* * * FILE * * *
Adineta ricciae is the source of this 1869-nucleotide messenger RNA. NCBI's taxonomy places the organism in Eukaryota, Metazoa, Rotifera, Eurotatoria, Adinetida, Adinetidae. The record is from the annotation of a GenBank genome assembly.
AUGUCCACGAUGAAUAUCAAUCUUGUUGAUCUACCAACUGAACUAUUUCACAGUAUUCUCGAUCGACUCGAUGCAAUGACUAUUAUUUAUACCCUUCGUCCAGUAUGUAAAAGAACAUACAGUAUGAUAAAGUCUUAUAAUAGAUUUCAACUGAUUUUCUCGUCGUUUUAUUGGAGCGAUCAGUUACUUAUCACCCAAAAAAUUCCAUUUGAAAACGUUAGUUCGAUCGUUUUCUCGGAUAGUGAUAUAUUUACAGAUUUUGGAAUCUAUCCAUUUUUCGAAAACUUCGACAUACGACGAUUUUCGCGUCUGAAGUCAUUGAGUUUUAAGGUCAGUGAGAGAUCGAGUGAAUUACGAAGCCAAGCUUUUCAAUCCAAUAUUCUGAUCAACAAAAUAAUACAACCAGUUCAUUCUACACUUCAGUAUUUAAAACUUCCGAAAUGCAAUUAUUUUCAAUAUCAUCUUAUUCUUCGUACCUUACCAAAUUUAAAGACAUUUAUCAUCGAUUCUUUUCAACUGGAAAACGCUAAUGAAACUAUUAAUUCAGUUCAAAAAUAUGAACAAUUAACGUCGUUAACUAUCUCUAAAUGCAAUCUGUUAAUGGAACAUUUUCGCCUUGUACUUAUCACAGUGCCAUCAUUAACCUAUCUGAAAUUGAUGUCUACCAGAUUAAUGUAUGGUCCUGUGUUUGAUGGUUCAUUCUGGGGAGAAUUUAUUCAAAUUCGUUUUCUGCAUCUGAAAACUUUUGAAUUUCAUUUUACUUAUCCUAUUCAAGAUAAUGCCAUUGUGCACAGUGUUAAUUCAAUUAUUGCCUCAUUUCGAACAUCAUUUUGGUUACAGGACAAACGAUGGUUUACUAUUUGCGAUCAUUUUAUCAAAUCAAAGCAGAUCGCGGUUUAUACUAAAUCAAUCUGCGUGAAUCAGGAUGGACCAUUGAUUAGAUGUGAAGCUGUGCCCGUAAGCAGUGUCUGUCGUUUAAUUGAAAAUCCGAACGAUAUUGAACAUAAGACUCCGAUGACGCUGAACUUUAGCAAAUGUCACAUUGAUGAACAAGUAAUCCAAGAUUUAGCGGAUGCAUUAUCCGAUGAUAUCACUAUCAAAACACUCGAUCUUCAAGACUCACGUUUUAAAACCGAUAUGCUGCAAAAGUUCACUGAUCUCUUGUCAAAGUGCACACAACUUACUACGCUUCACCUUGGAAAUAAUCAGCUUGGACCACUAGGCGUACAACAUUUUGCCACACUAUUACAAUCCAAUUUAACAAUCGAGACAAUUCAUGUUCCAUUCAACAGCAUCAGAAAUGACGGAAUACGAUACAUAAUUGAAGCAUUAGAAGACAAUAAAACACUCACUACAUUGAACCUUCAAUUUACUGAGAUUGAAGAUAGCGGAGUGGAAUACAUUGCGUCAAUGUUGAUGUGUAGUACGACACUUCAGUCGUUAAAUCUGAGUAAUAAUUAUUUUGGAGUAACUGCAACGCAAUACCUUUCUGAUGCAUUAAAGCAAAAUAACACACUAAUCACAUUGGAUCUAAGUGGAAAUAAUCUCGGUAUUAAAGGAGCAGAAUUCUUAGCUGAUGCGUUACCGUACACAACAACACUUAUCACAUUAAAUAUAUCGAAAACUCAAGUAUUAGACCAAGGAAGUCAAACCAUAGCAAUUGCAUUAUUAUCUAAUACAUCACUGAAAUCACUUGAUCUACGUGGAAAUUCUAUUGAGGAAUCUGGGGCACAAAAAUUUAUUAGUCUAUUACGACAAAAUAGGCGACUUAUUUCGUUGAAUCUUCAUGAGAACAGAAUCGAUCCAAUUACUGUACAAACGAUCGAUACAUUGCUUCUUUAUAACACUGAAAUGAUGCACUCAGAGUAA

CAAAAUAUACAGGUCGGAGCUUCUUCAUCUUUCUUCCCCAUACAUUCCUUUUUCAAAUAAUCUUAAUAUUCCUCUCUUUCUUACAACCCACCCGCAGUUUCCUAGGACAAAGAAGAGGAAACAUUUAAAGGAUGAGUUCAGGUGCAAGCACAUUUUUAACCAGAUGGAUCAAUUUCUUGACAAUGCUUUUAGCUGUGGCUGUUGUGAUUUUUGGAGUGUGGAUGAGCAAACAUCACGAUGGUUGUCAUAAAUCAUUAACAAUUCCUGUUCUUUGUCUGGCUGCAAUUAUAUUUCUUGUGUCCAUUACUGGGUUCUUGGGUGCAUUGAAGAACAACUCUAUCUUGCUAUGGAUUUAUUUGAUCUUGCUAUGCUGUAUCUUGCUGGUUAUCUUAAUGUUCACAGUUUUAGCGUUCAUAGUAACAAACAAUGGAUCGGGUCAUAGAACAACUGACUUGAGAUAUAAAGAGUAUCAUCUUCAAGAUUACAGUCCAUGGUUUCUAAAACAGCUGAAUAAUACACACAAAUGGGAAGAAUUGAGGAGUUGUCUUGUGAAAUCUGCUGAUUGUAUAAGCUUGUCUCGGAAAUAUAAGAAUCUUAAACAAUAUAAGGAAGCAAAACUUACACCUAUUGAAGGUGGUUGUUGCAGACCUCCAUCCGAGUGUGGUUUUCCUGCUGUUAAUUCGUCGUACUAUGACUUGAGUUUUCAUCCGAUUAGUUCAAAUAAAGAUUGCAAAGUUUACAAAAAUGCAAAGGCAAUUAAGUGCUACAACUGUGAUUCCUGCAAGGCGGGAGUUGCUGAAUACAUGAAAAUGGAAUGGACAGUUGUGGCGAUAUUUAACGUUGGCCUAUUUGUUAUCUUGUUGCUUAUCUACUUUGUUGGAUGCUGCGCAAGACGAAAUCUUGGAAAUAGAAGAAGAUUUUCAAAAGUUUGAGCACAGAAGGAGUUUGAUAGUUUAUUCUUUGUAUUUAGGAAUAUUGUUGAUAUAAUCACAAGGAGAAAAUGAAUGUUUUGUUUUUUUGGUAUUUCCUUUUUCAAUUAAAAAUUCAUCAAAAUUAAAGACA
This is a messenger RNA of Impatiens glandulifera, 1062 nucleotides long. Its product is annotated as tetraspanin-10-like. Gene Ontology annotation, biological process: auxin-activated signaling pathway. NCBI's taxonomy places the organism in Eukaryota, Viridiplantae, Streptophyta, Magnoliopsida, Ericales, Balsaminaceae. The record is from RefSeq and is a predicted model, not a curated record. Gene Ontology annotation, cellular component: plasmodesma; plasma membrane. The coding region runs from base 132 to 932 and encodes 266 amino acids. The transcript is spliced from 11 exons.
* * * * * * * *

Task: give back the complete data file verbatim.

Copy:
Adineta ricciae is the source of this 1869-nucleotide messenger RNA. NCBI's taxonomy places the organism in Eukaryota, Metazoa, Rotifera, Eurotatoria, Adinetida, Adinetidae. The record is from the annotation of a GenBank genome assembly.
AUGUCCACGAUGAAUAUCAAUCUUGUUGAUCUACCAACUGAACUAUUUCACAGUAUUCUCGAUCGACUCGAUGCAAUGACUAUUAUUUAUACCCUUCGUCCAGUAUGUAAAAGAACAUACAGUAUGAUAAAGUCUUAUAAUAGAUUUCAACUGAUUUUCUCGUCGUUUUAUUGGAGCGAUCAGUUACUUAUCACCCAAAAAAUUCCAUUUGAAAACGUUAGUUCGAUCGUUUUCUCGGAUAGUGAUAUAUUUACAGAUUUUGGAAUCUAUCCAUUUUUCGAAAACUUCGACAUACGACGAUUUUCGCGUCUGAAGUCAUUGAGUUUUAAGGUCAGUGAGAGAUCGAGUGAAUUACGAAGCCAAGCUUUUCAAUCCAAUAUUCUGAUCAACAAAAUAAUACAACCAGUUCAUUCUACACUUCAGUAUUUAAAACUUCCGAAAUGCAAUUAUUUUCAAUAUCAUCUUAUUCUUCGUACCUUACCAAAUUUAAAGACAUUUAUCAUCGAUUCUUUUCAACUGGAAAACGCUAAUGAAACUAUUAAUUCAGUUCAAAAAUAUGAACAAUUAACGUCGUUAACUAUCUCUAAAUGCAAUCUGUUAAUGGAACAUUUUCGCCUUGUACUUAUCACAGUGCCAUCAUUAACCUAUCUGAAAUUGAUGUCUACCAGAUUAAUGUAUGGUCCUGUGUUUGAUGGUUCAUUCUGGGGAGAAUUUAUUCAAAUUCGUUUUCUGCAUCUGAAAACUUUUGAAUUUCAUUUUACUUAUCCUAUUCAAGAUAAUGCCAUUGUGCACAGUGUUAAUUCAAUUAUUGCCUCAUUUCGAACAUCAUUUUGGUUACAGGACAAACGAUGGUUUACUAUUUGCGAUCAUUUUAUCAAAUCAAAGCAGAUCGCGGUUUAUACUAAAUCAAUCUGCGUGAAUCAGGAUGGACCAUUGAUUAGAUGUGAAGCUGUGCCCGUAAGCAGUGUCUGUCGUUUAAUUGAAAAUCCGAACGAUAUUGAACAUAAGACUCCGAUGACGCUGAACUUUAGCAAAUGUCACAUUGAUGAACAAGUAAUCCAAGAUUUAGCGGAUGCAUUAUCCGAUGAUAUCACUAUCAAAACACUCGAUCUUCAAGACUCACGUUUUAAAACCGAUAUGCUGCAAAAGUUCACUGAUCUCUUGUCAAAGUGCACACAACUUACUACGCUUCACCUUGGAAAUAAUCAGCUUGGACCACUAGGCGUACAACAUUUUGCCACACUAUUACAAUCCAAUUUAACAAUCGAGACAAUUCAUGUUCCAUUCAACAGCAUCAGAAAUGACGGAAUACGAUACAUAAUUGAAGCAUUAGAAGACAAUAAAACACUCACUACAUUGAACCUUCAAUUUACUGAGAUUGAAGAUAGCGGAGUGGAAUACAUUGCGUCAAUGUUGAUGUGUAGUACGACACUUCAGUCGUUAAAUCUGAGUAAUAAUUAUUUUGGAGUAACUGCAACGCAAUACCUUUCUGAUGCAUUAAAGCAAAAUAACACACUAAUCACAUUGGAUCUAAGUGGAAAUAAUCUCGGUAUUAAAGGAGCAGAAUUCUUAGCUGAUGCGUUACCGUACACAACAACACUUAUCACAUUAAAUAUAUCGAAAACUCAAGUAUUAGACCAAGGAAGUCAAACCAUAGCAAUUGCAUUAUUAUCUAAUACAUCACUGAAAUCACUUGAUCUACGUGGAAAUUCUAUUGAGGAAUCUGGGGCACAAAAAUUUAUUAGUCUAUUACGACAAAAUAGGCGACUUAUUUCGUUGAAUCUUCAUGAGAACAGAAUCGAUCCAAUUACUGUACAAACGAUCGAUACAUUGCUUCUUUAUAACACUGAAAUGAUGCACUCAGAGUAA

CAAAAUAUACAGGUCGGAGCUUCUUCAUCUUUCUUCCCCAUACAUUCCUUUUUCAAAUAAUCUUAAUAUUCCUCUCUUUCUUACAACCCACCCGCAGUUUCCUAGGACAAAGAAGAGGAAACAUUUAAAGGAUGAGUUCAGGUGCAAGCACAUUUUUAACCAGAUGGAUCAAUUUCUUGACAAUGCUUUUAGCUGUGGCUGUUGUGAUUUUUGGAGUGUGGAUGAGCAAACAUCACGAUGGUUGUCAUAAAUCAUUAACAAUUCCUGUUCUUUGUCUGGCUGCAAUUAUAUUUCUUGUGUCCAUUACUGGGUUCUUGGGUGCAUUGAAGAACAACUCUAUCUUGCUAUGGAUUUAUUUGAUCUUGCUAUGCUGUAUCUUGCUGGUUAUCUUAAUGUUCACAGUUUUAGCGUUCAUAGUAACAAACAAUGGAUCGGGUCAUAGAACAACUGACUUGAGAUAUAAAGAGUAUCAUCUUCAAGAUUACAGUCCAUGGUUUCUAAAACAGCUGAAUAAUACACACAAAUGGGAAGAAUUGAGGAGUUGUCUUGUGAAAUCUGCUGAUUGUAUAAGCUUGUCUCGGAAAUAUAAGAAUCUUAAACAAUAUAAGGAAGCAAAACUUACACCUAUUGAAGGUGGUUGUUGCAGACCUCCAUCCGAGUGUGGUUUUCCUGCUGUUAAUUCGUCGUACUAUGACUUGAGUUUUCAUCCGAUUAGUUCAAAUAAAGAUUGCAAAGUUUACAAAAAUGCAAAGGCAAUUAAGUGCUACAACUGUGAUUCCUGCAAGGCGGGAGUUGCUGAAUACAUGAAAAUGGAAUGGACAGUUGUGGCGAUAUUUAACGUUGGCCUAUUUGUUAUCUUGUUGCUUAUCUACUUUGUUGGAUGCUGCGCAAGACGAAAUCUUGGAAAUAGAAGAAGAUUUUCAAAAGUUUGAGCACAGAAGGAGUUUGAUAGUUUAUUCUUUGUAUUUAGGAAUAUUGUUGAUAUAAUCACAAGGAGAAAAUGAAUGUUUUGUUUUUUUGGUAUUUCCUUUUUCAAUUAAAAAUUCAUCAAAAUUAAAGACA
This is a messenger RNA of Impatiens glandulifera, 1062 nucleotides long. Its product is annotated as tetraspanin-10-like. Gene Ontology annotation, biological process: auxin-activated signaling pathway. NCBI's taxonomy places the organism in Eukaryota, Viridiplantae, Streptophyta, Magnoliopsida, Ericales, Balsaminaceae. The record is from RefSeq and is a predicted model, not a curated record. Gene Ontology annotation, cellular component: plasmodesma; plasma membrane. The coding region runs from base 132 to 932 and encodes 266 amino acids. The transcript is spliced from 11 exons.